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Introduction & module overview

Covid-19 is now recognised as a multi-organ disease and roughly one in five adults who test positive for Covid-19 will experience symptoms for four weeks or more. These patients are commonly said to have ‘long Covid’, while the subgroup of patients whose symptoms continue for longer than 12 weeks are said to have post-Covid-19 syndrome. 

The development of long Covid is not predicted by initial Covid-19 severity and the burden of illness that is gradually being revealed includes many people who had mild to moderate infections. Patients who had severe disease and were hospitalised are also likely to have aggravation of pre-existing conditions such as heart or lung disease. It is thought that asymptomatic patients may also develop long Covid but this is currently less clear. 

Patients of all ages are affected and there is growing evidence of long Covid in children. Although it may feel that Covid-19 has been around for a long time it is still a relatively new disease and research continues to generate new evidence at a rapid rate. Community pharmacists need to keep abreast of this evolving new specialty. This module reflects the situation in April 2021.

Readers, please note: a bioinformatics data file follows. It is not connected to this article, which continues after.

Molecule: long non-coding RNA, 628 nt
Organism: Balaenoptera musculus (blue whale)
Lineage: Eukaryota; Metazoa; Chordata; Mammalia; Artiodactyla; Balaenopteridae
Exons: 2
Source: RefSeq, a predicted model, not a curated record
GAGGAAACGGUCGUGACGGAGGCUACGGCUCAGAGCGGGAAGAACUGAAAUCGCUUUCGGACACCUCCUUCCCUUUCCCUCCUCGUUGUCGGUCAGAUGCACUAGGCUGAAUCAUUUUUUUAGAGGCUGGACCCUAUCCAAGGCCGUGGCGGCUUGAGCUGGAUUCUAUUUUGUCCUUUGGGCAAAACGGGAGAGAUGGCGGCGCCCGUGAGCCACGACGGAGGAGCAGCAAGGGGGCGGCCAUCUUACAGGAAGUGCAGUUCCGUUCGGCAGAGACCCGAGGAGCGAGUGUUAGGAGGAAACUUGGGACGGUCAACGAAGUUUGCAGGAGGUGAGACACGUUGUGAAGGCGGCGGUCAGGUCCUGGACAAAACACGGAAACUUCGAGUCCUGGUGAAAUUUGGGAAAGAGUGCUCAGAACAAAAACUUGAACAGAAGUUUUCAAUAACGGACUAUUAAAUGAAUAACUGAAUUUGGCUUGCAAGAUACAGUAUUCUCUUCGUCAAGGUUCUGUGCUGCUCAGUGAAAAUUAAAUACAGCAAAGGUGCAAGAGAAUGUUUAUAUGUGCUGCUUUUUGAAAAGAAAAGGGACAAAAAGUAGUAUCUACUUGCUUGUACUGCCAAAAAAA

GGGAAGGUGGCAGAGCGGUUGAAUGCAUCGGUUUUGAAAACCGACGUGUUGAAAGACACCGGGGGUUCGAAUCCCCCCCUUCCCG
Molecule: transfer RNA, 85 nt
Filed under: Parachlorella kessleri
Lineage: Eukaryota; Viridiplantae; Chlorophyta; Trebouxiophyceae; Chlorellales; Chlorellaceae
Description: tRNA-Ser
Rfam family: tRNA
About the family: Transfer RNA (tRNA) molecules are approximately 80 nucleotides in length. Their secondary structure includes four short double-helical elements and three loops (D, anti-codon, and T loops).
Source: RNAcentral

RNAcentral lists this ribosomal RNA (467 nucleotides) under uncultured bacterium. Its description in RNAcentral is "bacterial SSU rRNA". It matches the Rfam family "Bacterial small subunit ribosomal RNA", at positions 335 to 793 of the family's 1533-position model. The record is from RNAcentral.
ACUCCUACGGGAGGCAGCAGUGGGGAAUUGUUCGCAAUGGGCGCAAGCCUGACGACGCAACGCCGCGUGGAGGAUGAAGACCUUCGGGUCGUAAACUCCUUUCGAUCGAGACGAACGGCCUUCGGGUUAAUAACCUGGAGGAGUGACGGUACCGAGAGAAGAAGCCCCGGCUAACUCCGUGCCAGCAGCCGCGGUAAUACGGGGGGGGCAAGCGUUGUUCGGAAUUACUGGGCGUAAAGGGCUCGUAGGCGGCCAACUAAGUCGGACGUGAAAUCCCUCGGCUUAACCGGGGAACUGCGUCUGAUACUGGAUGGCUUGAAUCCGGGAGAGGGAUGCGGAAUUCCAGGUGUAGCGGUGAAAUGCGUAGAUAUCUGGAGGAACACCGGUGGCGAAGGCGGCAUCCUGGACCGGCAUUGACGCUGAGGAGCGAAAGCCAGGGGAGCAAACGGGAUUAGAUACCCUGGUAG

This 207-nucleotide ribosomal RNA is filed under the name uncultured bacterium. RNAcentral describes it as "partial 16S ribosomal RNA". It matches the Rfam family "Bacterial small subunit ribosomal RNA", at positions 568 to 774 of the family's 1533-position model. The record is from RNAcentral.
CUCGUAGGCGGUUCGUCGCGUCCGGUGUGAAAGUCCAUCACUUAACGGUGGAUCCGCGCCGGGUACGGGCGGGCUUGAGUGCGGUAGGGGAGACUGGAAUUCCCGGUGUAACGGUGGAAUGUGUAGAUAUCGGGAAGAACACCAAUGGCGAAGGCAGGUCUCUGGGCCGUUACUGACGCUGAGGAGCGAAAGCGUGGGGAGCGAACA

Ongoing symptoms after acute Covid-19 infection form part of a still relatively new and emerging condition and, although the effects are increasingly recognised, people living with medium and long-term effects of Covid-19 often report experiencing misunderstanding and even scepticism from relatives, friends and colleagues. Employers may not be suitably sympathetic. 

Patients may have a single or multiple symptoms that may be constant, transient or fluctuating, and can change in nature over time. Some clues to possible causation have been identified through research and there is evidence that long Covid might involve an active disease process with immunological evidence of continued inflammatory responses, lingering viral activity and/or blood clotting disorders.

The National Institute for Health and Care Excellence (NICE), the Scottish Intercollegiate Guidelines Network (SIGN) and the Royal College of General Practitioners (RCGP) have developed the Covid-19 Rapid Guideline: Managing the Long-Term Effects of Covid-19, which will be reviewed as new evidence emerges.